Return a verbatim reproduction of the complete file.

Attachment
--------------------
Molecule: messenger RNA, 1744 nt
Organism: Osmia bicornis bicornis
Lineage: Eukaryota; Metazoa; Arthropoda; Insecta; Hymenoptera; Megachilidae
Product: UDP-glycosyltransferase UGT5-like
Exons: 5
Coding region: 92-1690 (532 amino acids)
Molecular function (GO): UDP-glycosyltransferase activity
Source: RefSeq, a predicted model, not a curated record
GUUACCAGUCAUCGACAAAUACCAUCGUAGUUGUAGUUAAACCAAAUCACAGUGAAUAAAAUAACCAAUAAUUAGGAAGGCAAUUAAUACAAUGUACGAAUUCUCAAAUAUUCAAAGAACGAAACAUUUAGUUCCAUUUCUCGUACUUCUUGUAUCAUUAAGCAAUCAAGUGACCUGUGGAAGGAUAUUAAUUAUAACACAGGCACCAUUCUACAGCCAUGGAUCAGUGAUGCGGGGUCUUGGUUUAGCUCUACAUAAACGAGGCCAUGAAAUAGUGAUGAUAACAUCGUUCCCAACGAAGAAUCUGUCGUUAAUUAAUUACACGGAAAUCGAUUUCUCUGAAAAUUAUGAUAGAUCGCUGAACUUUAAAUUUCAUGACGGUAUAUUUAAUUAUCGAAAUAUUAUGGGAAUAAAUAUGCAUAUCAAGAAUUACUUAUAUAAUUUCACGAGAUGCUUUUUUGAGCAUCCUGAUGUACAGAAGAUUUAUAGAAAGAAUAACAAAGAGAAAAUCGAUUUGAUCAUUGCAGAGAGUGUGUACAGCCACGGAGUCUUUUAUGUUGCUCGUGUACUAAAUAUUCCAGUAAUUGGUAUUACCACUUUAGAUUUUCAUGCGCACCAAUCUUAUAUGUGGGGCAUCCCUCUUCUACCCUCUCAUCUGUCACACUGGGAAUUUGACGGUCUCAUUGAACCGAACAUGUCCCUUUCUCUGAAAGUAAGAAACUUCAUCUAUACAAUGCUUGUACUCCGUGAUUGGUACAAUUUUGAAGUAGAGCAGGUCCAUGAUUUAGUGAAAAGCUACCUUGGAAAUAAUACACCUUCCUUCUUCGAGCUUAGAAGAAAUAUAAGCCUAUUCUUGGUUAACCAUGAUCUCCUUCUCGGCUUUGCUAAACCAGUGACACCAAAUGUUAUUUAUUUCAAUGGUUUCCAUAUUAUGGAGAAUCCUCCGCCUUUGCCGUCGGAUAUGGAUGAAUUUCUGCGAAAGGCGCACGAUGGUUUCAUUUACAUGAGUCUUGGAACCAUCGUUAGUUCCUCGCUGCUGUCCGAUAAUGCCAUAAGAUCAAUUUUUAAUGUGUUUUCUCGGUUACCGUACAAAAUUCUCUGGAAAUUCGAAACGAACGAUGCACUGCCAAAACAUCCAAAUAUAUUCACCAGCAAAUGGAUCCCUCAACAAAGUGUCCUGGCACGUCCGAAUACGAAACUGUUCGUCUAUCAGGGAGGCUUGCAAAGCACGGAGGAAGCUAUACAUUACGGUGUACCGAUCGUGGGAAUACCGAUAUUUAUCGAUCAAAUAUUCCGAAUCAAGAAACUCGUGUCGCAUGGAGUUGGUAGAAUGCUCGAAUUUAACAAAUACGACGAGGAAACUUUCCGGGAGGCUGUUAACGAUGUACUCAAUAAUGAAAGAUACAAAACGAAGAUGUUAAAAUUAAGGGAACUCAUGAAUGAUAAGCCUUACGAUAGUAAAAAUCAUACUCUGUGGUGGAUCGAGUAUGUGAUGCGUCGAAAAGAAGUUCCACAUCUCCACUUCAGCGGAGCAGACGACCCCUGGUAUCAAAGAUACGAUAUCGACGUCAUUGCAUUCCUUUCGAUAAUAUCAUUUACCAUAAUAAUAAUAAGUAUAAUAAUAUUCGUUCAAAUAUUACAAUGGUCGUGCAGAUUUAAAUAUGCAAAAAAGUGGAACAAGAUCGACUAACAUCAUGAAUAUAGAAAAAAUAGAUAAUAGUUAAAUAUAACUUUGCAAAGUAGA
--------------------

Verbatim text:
Molecule: messenger RNA, 1744 nt
Organism: Osmia bicornis bicornis
Lineage: Eukaryota; Metazoa; Arthropoda; Insecta; Hymenoptera; Megachilidae
Product: UDP-glycosyltransferase UGT5-like
Exons: 5
Coding region: 92-1690 (532 amino acids)
Molecular function (GO): UDP-glycosyltransferase activity
Source: RefSeq, a predicted model, not a curated record
GUUACCAGUCAUCGACAAAUACCAUCGUAGUUGUAGUUAAACCAAAUCACAGUGAAUAAAAUAACCAAUAAUUAGGAAGGCAAUUAAUACAAUGUACGAAUUCUCAAAUAUUCAAAGAACGAAACAUUUAGUUCCAUUUCUCGUACUUCUUGUAUCAUUAAGCAAUCAAGUGACCUGUGGAAGGAUAUUAAUUAUAACACAGGCACCAUUCUACAGCCAUGGAUCAGUGAUGCGGGGUCUUGGUUUAGCUCUACAUAAACGAGGCCAUGAAAUAGUGAUGAUAACAUCGUUCCCAACGAAGAAUCUGUCGUUAAUUAAUUACACGGAAAUCGAUUUCUCUGAAAAUUAUGAUAGAUCGCUGAACUUUAAAUUUCAUGACGGUAUAUUUAAUUAUCGAAAUAUUAUGGGAAUAAAUAUGCAUAUCAAGAAUUACUUAUAUAAUUUCACGAGAUGCUUUUUUGAGCAUCCUGAUGUACAGAAGAUUUAUAGAAAGAAUAACAAAGAGAAAAUCGAUUUGAUCAUUGCAGAGAGUGUGUACAGCCACGGAGUCUUUUAUGUUGCUCGUGUACUAAAUAUUCCAGUAAUUGGUAUUACCACUUUAGAUUUUCAUGCGCACCAAUCUUAUAUGUGGGGCAUCCCUCUUCUACCCUCUCAUCUGUCACACUGGGAAUUUGACGGUCUCAUUGAACCGAACAUGUCCCUUUCUCUGAAAGUAAGAAACUUCAUCUAUACAAUGCUUGUACUCCGUGAUUGGUACAAUUUUGAAGUAGAGCAGGUCCAUGAUUUAGUGAAAAGCUACCUUGGAAAUAAUACACCUUCCUUCUUCGAGCUUAGAAGAAAUAUAAGCCUAUUCUUGGUUAACCAUGAUCUCCUUCUCGGCUUUGCUAAACCAGUGACACCAAAUGUUAUUUAUUUCAAUGGUUUCCAUAUUAUGGAGAAUCCUCCGCCUUUGCCGUCGGAUAUGGAUGAAUUUCUGCGAAAGGCGCACGAUGGUUUCAUUUACAUGAGUCUUGGAACCAUCGUUAGUUCCUCGCUGCUGUCCGAUAAUGCCAUAAGAUCAAUUUUUAAUGUGUUUUCUCGGUUACCGUACAAAAUUCUCUGGAAAUUCGAAACGAACGAUGCACUGCCAAAACAUCCAAAUAUAUUCACCAGCAAAUGGAUCCCUCAACAAAGUGUCCUGGCACGUCCGAAUACGAAACUGUUCGUCUAUCAGGGAGGCUUGCAAAGCACGGAGGAAGCUAUACAUUACGGUGUACCGAUCGUGGGAAUACCGAUAUUUAUCGAUCAAAUAUUCCGAAUCAAGAAACUCGUGUCGCAUGGAGUUGGUAGAAUGCUCGAAUUUAACAAAUACGACGAGGAAACUUUCCGGGAGGCUGUUAACGAUGUACUCAAUAAUGAAAGAUACAAAACGAAGAUGUUAAAAUUAAGGGAACUCAUGAAUGAUAAGCCUUACGAUAGUAAAAAUCAUACUCUGUGGUGGAUCGAGUAUGUGAUGCGUCGAAAAGAAGUUCCACAUCUCCACUUCAGCGGAGCAGACGACCCCUGGUAUCAAAGAUACGAUAUCGACGUCAUUGCAUUCCUUUCGAUAAUAUCAUUUACCAUAAUAAUAAUAAGUAUAAUAAUAUUCGUUCAAAUAUUACAAUGGUCGUGCAGAUUUAAAUAUGCAAAAAAGUGGAACAAGAUCGACUAACAUCAUGAAUAUAGAAAAAAUAGAUAAUAGUUAAAUAUAACUUUGCAAAGUAGA